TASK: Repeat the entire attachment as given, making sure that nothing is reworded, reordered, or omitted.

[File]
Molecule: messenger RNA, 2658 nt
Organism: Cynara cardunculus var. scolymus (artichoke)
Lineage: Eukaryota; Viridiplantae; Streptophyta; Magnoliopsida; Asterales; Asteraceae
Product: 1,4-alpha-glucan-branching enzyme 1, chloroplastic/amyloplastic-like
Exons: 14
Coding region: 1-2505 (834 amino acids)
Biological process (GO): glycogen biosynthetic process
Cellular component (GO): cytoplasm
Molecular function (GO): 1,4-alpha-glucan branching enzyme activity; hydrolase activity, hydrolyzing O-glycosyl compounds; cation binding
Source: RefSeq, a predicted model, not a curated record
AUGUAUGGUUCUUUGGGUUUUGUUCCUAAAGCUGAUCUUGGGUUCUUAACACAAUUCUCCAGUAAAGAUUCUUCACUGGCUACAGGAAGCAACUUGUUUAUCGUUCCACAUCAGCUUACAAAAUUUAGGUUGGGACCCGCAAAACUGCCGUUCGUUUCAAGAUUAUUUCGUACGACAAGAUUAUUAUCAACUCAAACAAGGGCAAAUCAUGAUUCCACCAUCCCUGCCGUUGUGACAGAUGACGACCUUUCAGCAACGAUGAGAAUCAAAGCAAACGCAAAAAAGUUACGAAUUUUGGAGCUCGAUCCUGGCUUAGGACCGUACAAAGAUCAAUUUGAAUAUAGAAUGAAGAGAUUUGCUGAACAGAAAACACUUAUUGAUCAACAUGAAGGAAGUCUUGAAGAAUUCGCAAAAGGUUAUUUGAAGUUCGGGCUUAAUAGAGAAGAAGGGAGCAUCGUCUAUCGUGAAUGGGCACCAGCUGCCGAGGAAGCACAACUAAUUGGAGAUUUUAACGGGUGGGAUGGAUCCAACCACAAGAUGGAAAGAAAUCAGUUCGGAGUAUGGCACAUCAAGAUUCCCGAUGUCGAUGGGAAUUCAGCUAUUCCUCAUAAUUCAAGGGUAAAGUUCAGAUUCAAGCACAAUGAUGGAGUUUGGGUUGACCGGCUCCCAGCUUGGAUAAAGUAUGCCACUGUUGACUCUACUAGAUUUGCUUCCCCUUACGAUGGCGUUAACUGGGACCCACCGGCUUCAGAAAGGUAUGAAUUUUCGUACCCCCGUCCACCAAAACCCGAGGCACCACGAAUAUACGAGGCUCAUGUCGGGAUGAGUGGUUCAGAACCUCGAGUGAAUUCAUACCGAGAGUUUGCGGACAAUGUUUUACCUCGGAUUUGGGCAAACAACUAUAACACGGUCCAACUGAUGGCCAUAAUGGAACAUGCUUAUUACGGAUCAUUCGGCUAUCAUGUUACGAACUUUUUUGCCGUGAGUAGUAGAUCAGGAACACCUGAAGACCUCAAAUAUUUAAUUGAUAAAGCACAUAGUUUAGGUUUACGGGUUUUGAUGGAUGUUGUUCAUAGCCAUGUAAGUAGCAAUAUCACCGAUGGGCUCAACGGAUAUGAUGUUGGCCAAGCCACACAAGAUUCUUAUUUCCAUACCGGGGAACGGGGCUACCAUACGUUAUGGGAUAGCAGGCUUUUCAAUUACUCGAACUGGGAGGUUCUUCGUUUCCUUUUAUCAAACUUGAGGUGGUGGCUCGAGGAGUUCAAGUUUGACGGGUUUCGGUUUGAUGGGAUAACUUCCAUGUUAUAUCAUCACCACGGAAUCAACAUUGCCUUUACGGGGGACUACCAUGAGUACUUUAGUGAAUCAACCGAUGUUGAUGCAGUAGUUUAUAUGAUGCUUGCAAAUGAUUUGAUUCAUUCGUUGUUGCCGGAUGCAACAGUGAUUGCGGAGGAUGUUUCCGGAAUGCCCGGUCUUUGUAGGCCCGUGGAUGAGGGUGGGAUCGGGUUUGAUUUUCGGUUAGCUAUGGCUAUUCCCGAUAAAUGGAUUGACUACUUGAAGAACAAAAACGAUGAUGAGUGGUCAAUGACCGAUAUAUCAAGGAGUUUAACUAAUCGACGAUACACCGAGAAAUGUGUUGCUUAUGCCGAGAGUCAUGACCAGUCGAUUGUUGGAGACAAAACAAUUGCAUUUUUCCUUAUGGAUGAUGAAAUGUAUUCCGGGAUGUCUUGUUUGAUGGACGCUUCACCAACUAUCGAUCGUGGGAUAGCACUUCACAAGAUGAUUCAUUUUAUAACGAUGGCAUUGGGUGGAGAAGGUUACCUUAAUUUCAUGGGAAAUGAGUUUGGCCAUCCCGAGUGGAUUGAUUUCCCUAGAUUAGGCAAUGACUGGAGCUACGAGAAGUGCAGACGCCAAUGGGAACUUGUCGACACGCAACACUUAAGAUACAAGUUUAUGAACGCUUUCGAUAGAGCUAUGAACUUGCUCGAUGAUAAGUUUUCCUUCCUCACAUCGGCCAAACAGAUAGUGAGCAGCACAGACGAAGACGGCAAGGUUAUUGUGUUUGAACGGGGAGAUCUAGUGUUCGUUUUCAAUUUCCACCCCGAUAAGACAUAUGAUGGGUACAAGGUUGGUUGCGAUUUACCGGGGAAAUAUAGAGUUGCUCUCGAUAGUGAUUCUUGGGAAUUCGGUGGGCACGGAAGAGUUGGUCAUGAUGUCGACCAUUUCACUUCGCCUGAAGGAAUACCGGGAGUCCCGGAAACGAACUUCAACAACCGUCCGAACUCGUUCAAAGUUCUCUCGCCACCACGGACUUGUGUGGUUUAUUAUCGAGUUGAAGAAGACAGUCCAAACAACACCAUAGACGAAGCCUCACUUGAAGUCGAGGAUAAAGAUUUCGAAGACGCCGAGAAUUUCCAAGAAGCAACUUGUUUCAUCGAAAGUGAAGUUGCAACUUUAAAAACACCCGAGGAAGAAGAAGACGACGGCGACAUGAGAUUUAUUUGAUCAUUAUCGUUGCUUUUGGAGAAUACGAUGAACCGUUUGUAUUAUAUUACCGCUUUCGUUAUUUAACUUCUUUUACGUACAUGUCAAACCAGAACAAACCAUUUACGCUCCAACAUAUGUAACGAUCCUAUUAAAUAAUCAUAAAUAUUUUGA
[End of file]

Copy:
Molecule: messenger RNA, 2658 nt
Organism: Cynara cardunculus var. scolymus (artichoke)
Lineage: Eukaryota; Viridiplantae; Streptophyta; Magnoliopsida; Asterales; Asteraceae
Product: 1,4-alpha-glucan-branching enzyme 1, chloroplastic/amyloplastic-like
Exons: 14
Coding region: 1-2505 (834 amino acids)
Biological process (GO): glycogen biosynthetic process
Cellular component (GO): cytoplasm
Molecular function (GO): 1,4-alpha-glucan branching enzyme activity; hydrolase activity, hydrolyzing O-glycosyl compounds; cation binding
Source: RefSeq, a predicted model, not a curated record
AUGUAUGGUUCUUUGGGUUUUGUUCCUAAAGCUGAUCUUGGGUUCUUAACACAAUUCUCCAGUAAAGAUUCUUCACUGGCUACAGGAAGCAACUUGUUUAUCGUUCCACAUCAGCUUACAAAAUUUAGGUUGGGACCCGCAAAACUGCCGUUCGUUUCAAGAUUAUUUCGUACGACAAGAUUAUUAUCAACUCAAACAAGGGCAAAUCAUGAUUCCACCAUCCCUGCCGUUGUGACAGAUGACGACCUUUCAGCAACGAUGAGAAUCAAAGCAAACGCAAAAAAGUUACGAAUUUUGGAGCUCGAUCCUGGCUUAGGACCGUACAAAGAUCAAUUUGAAUAUAGAAUGAAGAGAUUUGCUGAACAGAAAACACUUAUUGAUCAACAUGAAGGAAGUCUUGAAGAAUUCGCAAAAGGUUAUUUGAAGUUCGGGCUUAAUAGAGAAGAAGGGAGCAUCGUCUAUCGUGAAUGGGCACCAGCUGCCGAGGAAGCACAACUAAUUGGAGAUUUUAACGGGUGGGAUGGAUCCAACCACAAGAUGGAAAGAAAUCAGUUCGGAGUAUGGCACAUCAAGAUUCCCGAUGUCGAUGGGAAUUCAGCUAUUCCUCAUAAUUCAAGGGUAAAGUUCAGAUUCAAGCACAAUGAUGGAGUUUGGGUUGACCGGCUCCCAGCUUGGAUAAAGUAUGCCACUGUUGACUCUACUAGAUUUGCUUCCCCUUACGAUGGCGUUAACUGGGACCCACCGGCUUCAGAAAGGUAUGAAUUUUCGUACCCCCGUCCACCAAAACCCGAGGCACCACGAAUAUACGAGGCUCAUGUCGGGAUGAGUGGUUCAGAACCUCGAGUGAAUUCAUACCGAGAGUUUGCGGACAAUGUUUUACCUCGGAUUUGGGCAAACAACUAUAACACGGUCCAACUGAUGGCCAUAAUGGAACAUGCUUAUUACGGAUCAUUCGGCUAUCAUGUUACGAACUUUUUUGCCGUGAGUAGUAGAUCAGGAACACCUGAAGACCUCAAAUAUUUAAUUGAUAAAGCACAUAGUUUAGGUUUACGGGUUUUGAUGGAUGUUGUUCAUAGCCAUGUAAGUAGCAAUAUCACCGAUGGGCUCAACGGAUAUGAUGUUGGCCAAGCCACACAAGAUUCUUAUUUCCAUACCGGGGAACGGGGCUACCAUACGUUAUGGGAUAGCAGGCUUUUCAAUUACUCGAACUGGGAGGUUCUUCGUUUCCUUUUAUCAAACUUGAGGUGGUGGCUCGAGGAGUUCAAGUUUGACGGGUUUCGGUUUGAUGGGAUAACUUCCAUGUUAUAUCAUCACCACGGAAUCAACAUUGCCUUUACGGGGGACUACCAUGAGUACUUUAGUGAAUCAACCGAUGUUGAUGCAGUAGUUUAUAUGAUGCUUGCAAAUGAUUUGAUUCAUUCGUUGUUGCCGGAUGCAACAGUGAUUGCGGAGGAUGUUUCCGGAAUGCCCGGUCUUUGUAGGCCCGUGGAUGAGGGUGGGAUCGGGUUUGAUUUUCGGUUAGCUAUGGCUAUUCCCGAUAAAUGGAUUGACUACUUGAAGAACAAAAACGAUGAUGAGUGGUCAAUGACCGAUAUAUCAAGGAGUUUAACUAAUCGACGAUACACCGAGAAAUGUGUUGCUUAUGCCGAGAGUCAUGACCAGUCGAUUGUUGGAGACAAAACAAUUGCAUUUUUCCUUAUGGAUGAUGAAAUGUAUUCCGGGAUGUCUUGUUUGAUGGACGCUUCACCAACUAUCGAUCGUGGGAUAGCACUUCACAAGAUGAUUCAUUUUAUAACGAUGGCAUUGGGUGGAGAAGGUUACCUUAAUUUCAUGGGAAAUGAGUUUGGCCAUCCCGAGUGGAUUGAUUUCCCUAGAUUAGGCAAUGACUGGAGCUACGAGAAGUGCAGACGCCAAUGGGAACUUGUCGACACGCAACACUUAAGAUACAAGUUUAUGAACGCUUUCGAUAGAGCUAUGAACUUGCUCGAUGAUAAGUUUUCCUUCCUCACAUCGGCCAAACAGAUAGUGAGCAGCACAGACGAAGACGGCAAGGUUAUUGUGUUUGAACGGGGAGAUCUAGUGUUCGUUUUCAAUUUCCACCCCGAUAAGACAUAUGAUGGGUACAAGGUUGGUUGCGAUUUACCGGGGAAAUAUAGAGUUGCUCUCGAUAGUGAUUCUUGGGAAUUCGGUGGGCACGGAAGAGUUGGUCAUGAUGUCGACCAUUUCACUUCGCCUGAAGGAAUACCGGGAGUCCCGGAAACGAACUUCAACAACCGUCCGAACUCGUUCAAAGUUCUCUCGCCACCACGGACUUGUGUGGUUUAUUAUCGAGUUGAAGAAGACAGUCCAAACAACACCAUAGACGAAGCCUCACUUGAAGUCGAGGAUAAAGAUUUCGAAGACGCCGAGAAUUUCCAAGAAGCAACUUGUUUCAUCGAAAGUGAAGUUGCAACUUUAAAAACACCCGAGGAAGAAGAAGACGACGGCGACAUGAGAUUUAUUUGAUCAUUAUCGUUGCUUUUGGAGAAUACGAUGAACCGUUUGUAUUAUAUUACCGCUUUCGUUAUUUAACUUCUUUUACGUACAUGUCAAACCAGAACAAACCAUUUACGCUCCAACAUAUGUAACGAUCCUAUUAAAUAAUCAUAAAUAUUUUGA